Life may be full of regrets, but annuity regret is something you might be able to address. Authorities such as the Financial Industry Regulatory Authority warn against the high-pressure tactics of some annuity sellers. You have options, including exchanging or cashing out your annuity. But you might have to pay a heavy toll.
Anatomy of an Annuity
Annuities exchange premiums and the earnings on those premiums for a steady stream of cash payments that continue for a set period or for the rest of your life. During the accumulation phase, your premiums are building cash value in a variable annuity through investments in bonds, mutual funds, stocks or whatever other instruments your provider permits. If you own a fixed annuity, you simply earn interest on premiums. Your cash value freezes on the annuity date, and you must decide whether to take the money as a lump-sum payment or to start receiving periodic payments.
Before the annuity date, you can cash out your annuity and use the money to buy mutual funds or anything else you like. Most annuity providers will slap you with a surrender charge, though. In some cases, these charges start at 15 percent, but some are much higher. They decrease over time and end on or before the annuity date. Surrender charges are not tax deductible. When you cash out a qualified annuity -- one in an individual retirement account or employer plan -- you can roll the money into a traditional IRA and postpone taxes. If you don’t roll the money over, you’ll owe taxes on the full amount. You might also have to shell out a 10 percent penalty that's imposed on people who cash out qualified retirement accounts before they hit the age of 59 1/2.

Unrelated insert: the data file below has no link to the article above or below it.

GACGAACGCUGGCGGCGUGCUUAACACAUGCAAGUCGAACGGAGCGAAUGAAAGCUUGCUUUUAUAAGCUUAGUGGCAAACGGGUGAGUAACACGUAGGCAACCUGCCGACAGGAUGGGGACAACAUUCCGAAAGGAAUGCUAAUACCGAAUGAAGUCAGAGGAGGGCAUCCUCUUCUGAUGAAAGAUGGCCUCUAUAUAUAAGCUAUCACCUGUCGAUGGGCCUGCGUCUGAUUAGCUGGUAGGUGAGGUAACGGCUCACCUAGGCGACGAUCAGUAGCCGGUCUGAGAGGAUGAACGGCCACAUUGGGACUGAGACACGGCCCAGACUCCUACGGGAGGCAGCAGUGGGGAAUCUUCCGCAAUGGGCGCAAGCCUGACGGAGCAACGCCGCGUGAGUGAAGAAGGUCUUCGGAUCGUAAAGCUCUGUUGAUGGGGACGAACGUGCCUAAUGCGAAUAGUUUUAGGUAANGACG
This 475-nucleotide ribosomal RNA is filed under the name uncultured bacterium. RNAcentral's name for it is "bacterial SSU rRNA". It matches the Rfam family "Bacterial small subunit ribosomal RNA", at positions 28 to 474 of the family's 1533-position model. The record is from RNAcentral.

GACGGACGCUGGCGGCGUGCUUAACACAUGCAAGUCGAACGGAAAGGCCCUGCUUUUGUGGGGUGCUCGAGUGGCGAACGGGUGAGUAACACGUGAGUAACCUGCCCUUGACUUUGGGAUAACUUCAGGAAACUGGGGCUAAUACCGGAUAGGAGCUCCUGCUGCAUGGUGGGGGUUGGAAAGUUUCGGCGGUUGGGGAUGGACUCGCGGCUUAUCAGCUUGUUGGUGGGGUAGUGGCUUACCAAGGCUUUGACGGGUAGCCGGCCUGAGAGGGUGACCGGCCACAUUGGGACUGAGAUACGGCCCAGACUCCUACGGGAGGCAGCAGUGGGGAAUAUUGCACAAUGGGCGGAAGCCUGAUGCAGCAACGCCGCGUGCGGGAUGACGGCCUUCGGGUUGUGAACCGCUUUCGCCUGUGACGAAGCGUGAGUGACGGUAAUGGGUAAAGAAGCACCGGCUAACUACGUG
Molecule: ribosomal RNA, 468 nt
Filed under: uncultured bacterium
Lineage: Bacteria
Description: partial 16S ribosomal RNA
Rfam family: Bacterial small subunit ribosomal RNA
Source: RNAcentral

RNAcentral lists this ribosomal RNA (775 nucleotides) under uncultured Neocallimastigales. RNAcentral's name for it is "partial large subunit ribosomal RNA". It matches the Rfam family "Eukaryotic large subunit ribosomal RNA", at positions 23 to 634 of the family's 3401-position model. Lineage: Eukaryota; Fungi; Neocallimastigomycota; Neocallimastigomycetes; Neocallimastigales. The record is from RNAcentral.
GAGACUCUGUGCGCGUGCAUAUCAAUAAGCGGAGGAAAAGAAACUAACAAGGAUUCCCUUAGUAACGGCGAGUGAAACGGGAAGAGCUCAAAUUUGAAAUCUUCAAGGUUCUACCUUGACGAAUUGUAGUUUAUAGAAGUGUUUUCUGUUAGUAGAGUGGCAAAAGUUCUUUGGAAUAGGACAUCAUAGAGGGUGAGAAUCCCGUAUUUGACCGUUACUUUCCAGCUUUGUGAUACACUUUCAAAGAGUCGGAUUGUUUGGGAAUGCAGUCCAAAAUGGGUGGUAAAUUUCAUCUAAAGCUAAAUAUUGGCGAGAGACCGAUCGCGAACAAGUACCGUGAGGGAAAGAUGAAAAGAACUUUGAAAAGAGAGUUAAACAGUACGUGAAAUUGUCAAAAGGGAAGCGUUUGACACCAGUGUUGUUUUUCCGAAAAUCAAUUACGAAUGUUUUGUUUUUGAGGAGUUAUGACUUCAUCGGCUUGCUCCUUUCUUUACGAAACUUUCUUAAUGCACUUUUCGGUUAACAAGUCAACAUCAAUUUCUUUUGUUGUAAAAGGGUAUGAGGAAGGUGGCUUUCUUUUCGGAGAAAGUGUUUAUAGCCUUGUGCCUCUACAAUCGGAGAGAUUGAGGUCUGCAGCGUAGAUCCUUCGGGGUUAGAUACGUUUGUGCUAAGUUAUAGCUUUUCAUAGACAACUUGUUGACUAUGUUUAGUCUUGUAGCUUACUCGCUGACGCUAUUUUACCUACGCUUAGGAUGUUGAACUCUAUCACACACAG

Nonqualified annuities reside in taxable accounts. Earnings are tax deferred until the annuity date but become due if you surrender the policy. The taxable portion of your nonqualified annuity is the cash value minus the cost basis, which is the amount of premium money you kicked in. You treat any gain as ordinary income. If you take the money as annuity payments, you pay taxes on the portion of each payment that represents a profit above your cost basis. If you cash out the annuity before you reach age 59 1/2, you’ll have to pile a 10 percent penalty onto the taxes due. You can't roll a nonqualified annuity into an IRA.
You can perform a tax-free “Section 1035” exchange of your nonqualified annuity for a different contract, but you’ll still be on the hook for any surrender charges from the old contract. For example, you might exchange a fixed annuity for a variable one that allows you to invest in the mutual funds you wish to own. If the new annuity is with the same provider, the company might waive the surrender charge. If you move to a new provider, you can count on forking over the surrender charge. You will, however, not have to pay taxes or penalties on this type of exchange. You must, however, do a Section 1035 exchange directly from the old contract to the new one. If you receive the cash first, the deal is off and you’ll owe taxes.
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